Shadow and Substance

In contrast to Coletti, who argues for theological and historical fluidity, Mills argues that once the Chester plays ... in the City: The Chester Plays and Earlier Chester Writing,” in The Chester Cycle in Context, 15551575: Religion, ...

Author: Jay Zysk

Publisher: University of Notre Dame Pess

ISBN: 9780268102326

Category: Religion

Page: 437

View: 509


Shadow and Substance is the first book to present a sustained examination of the relationship between Eucharistic controversy and English drama across the Reformation divide. In this compelling interdisciplinary study, Jay Zysk contends that the Eucharist is not just a devotional object or doctrinal crux, it also shapes a way of thinking about physical embodiment and textual interpretation in theological and dramatic contexts. Regardless of one’s specific religious identity, to speak of the Eucharist during that time was to speak of dynamic interactions between body and sign. In crossing periodic boundaries and revising familiar historical narratives, Shadow and Substance challenges the idea that the Protestant Reformation brings about a decisive shift from the flesh to the word, the theological to the poetic, and the sacred to the secular. The book also adds to studies of English drama and Reformation history by providing an account of how Eucharistic discourse informs understandings of semiotic representation in broader cultural domains. This bold study offers fresh, imaginative readings of theology, sermons, devotional books, and dramatic texts from a range of historical, literary, and religious perspectives. Each of the book’s chapters creates a dialogue between different strands of Eucharistic theology and different varieties of English drama. Spanning England’s long reformation, these plays—some religious in subject matter, others far more secular—reimagine semiotic struggles that stem from the controversies over Christ’s body at a time when these very concepts were undergoing significant rethinking in both religious and literary contexts. Shadow and Substance will have a wide appeal, especially to those interested in medieval and early modern drama and performance, literary theory, Reformation history, and literature and religion.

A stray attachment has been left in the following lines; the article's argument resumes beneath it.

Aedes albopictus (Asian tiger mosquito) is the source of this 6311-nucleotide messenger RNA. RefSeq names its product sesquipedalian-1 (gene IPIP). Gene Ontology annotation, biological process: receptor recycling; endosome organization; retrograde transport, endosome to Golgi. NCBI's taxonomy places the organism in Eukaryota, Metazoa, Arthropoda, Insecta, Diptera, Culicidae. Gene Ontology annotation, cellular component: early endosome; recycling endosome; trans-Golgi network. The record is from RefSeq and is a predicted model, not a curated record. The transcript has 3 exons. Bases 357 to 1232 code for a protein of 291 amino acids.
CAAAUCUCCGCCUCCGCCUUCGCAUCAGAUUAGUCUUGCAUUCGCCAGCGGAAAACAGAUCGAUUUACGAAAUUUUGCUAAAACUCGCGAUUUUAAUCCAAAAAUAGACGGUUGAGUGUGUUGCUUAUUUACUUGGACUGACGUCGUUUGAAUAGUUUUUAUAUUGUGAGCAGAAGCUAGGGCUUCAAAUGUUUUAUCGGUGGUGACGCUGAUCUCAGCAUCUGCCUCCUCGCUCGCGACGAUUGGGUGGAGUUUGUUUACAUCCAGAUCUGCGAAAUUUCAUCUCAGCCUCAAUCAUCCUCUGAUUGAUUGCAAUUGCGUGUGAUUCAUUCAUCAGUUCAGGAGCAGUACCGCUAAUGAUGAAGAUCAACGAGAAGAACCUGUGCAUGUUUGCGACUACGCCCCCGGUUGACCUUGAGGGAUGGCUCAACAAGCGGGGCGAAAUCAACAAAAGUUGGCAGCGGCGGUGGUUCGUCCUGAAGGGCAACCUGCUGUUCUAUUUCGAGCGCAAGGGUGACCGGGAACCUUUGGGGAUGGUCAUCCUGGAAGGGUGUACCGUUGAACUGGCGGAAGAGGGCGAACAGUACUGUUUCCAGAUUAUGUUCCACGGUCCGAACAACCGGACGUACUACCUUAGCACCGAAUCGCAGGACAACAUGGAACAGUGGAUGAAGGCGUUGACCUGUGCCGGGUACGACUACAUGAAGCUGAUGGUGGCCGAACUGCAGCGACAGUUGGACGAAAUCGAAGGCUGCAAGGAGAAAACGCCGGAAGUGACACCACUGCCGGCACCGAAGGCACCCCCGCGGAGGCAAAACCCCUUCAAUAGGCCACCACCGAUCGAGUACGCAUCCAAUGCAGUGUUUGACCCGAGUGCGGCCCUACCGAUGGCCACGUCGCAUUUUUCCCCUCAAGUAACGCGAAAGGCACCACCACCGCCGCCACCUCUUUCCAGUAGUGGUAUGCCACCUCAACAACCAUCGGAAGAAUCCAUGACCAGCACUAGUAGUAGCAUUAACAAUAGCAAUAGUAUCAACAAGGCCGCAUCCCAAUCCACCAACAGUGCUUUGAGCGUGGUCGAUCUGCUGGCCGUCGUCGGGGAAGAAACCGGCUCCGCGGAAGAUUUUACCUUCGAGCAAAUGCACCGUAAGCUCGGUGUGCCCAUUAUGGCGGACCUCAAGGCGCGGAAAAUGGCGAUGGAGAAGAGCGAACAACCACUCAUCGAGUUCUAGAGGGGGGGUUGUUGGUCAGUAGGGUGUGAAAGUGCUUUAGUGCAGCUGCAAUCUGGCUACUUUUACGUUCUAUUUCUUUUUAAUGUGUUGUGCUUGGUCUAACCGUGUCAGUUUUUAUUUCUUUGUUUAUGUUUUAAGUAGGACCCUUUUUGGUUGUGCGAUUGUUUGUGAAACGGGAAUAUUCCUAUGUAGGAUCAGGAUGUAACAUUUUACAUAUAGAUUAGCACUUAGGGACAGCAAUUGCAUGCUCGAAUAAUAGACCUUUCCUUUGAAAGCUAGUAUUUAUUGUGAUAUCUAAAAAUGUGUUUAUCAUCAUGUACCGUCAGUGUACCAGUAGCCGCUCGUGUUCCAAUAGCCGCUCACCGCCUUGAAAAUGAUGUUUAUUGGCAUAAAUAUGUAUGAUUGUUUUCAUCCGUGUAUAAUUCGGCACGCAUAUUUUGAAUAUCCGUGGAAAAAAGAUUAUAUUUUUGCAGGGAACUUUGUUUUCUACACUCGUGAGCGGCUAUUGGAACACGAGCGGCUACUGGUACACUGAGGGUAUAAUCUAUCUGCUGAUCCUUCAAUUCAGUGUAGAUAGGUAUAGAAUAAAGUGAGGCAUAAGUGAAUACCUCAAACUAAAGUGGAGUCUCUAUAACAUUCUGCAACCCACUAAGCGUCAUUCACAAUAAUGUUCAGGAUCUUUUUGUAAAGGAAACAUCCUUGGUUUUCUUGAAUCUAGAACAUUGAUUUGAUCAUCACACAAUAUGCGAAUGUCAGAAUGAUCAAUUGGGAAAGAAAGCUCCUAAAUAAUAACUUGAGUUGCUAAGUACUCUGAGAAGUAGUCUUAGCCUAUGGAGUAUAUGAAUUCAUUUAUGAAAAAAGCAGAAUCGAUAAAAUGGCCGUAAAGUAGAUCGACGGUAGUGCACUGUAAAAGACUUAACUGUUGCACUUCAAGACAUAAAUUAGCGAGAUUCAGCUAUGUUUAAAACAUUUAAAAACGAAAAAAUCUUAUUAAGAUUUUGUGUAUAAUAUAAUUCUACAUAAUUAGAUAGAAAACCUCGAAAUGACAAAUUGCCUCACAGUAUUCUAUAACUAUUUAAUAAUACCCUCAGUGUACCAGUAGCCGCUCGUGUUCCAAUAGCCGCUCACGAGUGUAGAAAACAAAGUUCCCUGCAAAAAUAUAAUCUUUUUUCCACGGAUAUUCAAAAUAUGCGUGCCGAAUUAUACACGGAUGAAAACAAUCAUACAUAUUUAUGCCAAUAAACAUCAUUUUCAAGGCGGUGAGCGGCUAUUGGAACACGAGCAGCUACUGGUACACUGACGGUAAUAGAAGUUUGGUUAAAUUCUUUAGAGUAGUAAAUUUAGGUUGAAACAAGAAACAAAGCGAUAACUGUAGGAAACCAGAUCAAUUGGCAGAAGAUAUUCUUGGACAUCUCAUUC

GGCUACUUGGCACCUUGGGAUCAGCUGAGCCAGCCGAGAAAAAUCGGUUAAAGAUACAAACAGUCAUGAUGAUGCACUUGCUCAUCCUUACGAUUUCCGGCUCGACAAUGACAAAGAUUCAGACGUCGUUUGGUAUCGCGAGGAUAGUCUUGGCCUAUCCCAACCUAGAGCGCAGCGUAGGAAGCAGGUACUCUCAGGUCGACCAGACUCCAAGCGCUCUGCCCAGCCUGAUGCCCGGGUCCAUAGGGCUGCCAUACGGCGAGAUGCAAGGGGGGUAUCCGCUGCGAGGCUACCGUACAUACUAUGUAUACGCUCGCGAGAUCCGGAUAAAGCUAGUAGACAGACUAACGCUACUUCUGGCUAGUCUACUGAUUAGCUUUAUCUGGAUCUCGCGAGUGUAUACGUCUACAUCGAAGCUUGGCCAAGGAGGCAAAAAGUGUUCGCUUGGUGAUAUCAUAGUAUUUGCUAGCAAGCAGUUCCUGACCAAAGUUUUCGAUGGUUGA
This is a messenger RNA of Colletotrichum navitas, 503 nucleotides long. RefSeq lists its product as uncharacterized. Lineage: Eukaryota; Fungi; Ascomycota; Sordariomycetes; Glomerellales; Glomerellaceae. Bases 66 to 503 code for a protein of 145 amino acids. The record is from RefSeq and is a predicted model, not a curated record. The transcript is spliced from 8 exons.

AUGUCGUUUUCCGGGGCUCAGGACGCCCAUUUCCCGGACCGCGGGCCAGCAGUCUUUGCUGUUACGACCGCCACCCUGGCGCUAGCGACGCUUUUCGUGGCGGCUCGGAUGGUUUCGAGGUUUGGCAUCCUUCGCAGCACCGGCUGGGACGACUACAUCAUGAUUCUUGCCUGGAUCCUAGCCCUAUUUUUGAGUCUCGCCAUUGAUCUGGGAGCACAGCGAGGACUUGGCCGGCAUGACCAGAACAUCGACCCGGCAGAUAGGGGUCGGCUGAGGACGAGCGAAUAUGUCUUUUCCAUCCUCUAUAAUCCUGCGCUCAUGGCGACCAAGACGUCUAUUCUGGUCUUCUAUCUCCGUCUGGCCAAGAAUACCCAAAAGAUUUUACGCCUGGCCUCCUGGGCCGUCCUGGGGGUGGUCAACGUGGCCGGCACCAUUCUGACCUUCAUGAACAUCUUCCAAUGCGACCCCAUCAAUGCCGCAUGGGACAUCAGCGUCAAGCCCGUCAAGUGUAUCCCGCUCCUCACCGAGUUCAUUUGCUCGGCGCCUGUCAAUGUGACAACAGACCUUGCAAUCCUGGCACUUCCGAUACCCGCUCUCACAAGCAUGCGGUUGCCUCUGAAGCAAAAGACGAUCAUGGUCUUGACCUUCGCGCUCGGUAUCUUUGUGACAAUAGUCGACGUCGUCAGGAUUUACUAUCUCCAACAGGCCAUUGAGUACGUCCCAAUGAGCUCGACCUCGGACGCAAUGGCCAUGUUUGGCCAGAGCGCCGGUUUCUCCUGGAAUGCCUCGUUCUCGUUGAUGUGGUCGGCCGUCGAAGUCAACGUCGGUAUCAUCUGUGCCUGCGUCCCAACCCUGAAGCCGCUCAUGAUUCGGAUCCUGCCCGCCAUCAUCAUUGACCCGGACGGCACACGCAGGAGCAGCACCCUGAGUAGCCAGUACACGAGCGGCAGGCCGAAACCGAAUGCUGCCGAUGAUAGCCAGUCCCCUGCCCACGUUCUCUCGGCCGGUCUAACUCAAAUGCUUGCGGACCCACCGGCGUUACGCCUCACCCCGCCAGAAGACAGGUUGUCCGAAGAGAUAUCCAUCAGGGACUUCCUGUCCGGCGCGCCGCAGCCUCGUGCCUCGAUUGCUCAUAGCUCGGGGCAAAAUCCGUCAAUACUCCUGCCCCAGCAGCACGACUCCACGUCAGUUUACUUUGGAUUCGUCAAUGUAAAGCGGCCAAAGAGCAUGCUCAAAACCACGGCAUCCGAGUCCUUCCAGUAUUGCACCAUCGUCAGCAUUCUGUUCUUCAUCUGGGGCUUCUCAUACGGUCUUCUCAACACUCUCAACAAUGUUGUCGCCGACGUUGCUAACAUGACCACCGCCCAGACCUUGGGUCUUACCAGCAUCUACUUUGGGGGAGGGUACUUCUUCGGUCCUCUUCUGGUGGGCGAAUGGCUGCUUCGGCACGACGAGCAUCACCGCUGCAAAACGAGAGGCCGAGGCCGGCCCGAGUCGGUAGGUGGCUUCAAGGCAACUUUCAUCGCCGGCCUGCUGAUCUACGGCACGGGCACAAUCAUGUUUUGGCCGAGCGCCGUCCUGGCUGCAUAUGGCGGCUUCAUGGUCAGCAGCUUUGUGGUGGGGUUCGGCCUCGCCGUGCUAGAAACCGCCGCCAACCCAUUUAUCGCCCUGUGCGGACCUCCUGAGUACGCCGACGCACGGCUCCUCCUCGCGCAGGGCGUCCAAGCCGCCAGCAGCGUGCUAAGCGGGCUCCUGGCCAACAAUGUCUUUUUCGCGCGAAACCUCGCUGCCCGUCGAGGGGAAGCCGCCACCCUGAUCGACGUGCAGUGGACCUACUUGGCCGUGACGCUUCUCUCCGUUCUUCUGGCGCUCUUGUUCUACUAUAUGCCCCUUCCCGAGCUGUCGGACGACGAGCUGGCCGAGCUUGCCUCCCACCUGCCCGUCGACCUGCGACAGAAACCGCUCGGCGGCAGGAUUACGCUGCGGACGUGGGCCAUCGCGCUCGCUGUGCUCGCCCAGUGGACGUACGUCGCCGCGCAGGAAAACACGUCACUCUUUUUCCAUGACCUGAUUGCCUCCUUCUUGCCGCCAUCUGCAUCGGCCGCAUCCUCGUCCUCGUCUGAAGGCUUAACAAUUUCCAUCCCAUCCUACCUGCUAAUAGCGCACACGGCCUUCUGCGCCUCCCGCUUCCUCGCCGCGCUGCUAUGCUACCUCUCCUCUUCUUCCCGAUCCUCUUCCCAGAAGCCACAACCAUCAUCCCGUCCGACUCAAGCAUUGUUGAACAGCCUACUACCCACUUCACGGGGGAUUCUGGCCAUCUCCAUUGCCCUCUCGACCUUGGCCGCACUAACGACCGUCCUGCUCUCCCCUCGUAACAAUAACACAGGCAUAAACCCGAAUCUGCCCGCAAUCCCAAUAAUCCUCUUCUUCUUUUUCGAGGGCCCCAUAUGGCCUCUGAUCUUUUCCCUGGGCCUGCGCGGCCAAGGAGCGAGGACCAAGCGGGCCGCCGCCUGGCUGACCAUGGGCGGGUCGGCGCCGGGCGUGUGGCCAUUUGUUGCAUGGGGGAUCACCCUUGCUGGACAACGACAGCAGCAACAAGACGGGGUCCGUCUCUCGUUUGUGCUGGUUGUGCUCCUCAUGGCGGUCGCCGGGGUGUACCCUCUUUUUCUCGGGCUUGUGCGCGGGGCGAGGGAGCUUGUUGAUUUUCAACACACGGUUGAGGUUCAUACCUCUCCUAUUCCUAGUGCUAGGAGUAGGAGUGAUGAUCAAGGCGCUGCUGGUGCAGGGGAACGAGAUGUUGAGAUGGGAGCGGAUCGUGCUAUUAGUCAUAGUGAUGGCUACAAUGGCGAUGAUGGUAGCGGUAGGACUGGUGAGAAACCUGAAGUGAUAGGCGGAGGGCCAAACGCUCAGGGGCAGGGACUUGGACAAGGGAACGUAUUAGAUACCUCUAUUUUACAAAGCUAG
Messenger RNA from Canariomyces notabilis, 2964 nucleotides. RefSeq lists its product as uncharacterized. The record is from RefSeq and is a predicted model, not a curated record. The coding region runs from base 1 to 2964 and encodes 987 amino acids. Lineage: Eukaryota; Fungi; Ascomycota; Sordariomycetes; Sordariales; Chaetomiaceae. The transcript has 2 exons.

Common Understandings Poetic Confusion

David Mills, Recycling the Cycle: The City of Chester and Its Whitsun Plays (Toronto: University of Toronto Press, ... Periodization and the Material Text of the Chester Banns,” in The Chester Cycle in Context, 15551575: Religion, ...

Author: William N. West

Publisher: University of Chicago Press

ISBN: 9780226809038

Category: Theater

Page: 320

View: 268


"What if at night at the theaters in Elizabethan England more closely resembled attending a rugby match than sitting in a dark, silent audience, passively witnessing the action on the stage, or closer to going to a rock concert than sitting in front of a large or small screen, quietly and distantly absorbing a film or television drama? In this book, West proposes a new account of what happened in the playhouses of Shakespeare's time, and the kind of participatory entertainment expected by both the actors and the audience. Combining the precision of a philologist and the imagination of a philosopher, West performs careful readings of premodern figures of speech--including understanding, confusion, occupation, eating, and fighting--still in use today, but whose meanings for Elizabethan players, playgoers, and writers have diverged in subtle ways in our era. Playing itself was not restricted to the confines of the actors on the stage but pertained just as much to the audience in a collaborative rather than individualized theater experience, more corporeal, tactile, and active, rather than purely receptive and visual. Thrown apples, smashed bottles of beer, and lumbering bears--these and more contributed to both the verbal and physical interactions between players and playgoers, creating circuits of exchange, production, and consumption,all within the confines of the playhouse. West's account of the experience of the playhouse shows more affinity--and continuity--with more raucous, unruly medieval drama than previous literary critics have allowed. It will be of interest to a wide audience, actors, directors, and scholars included"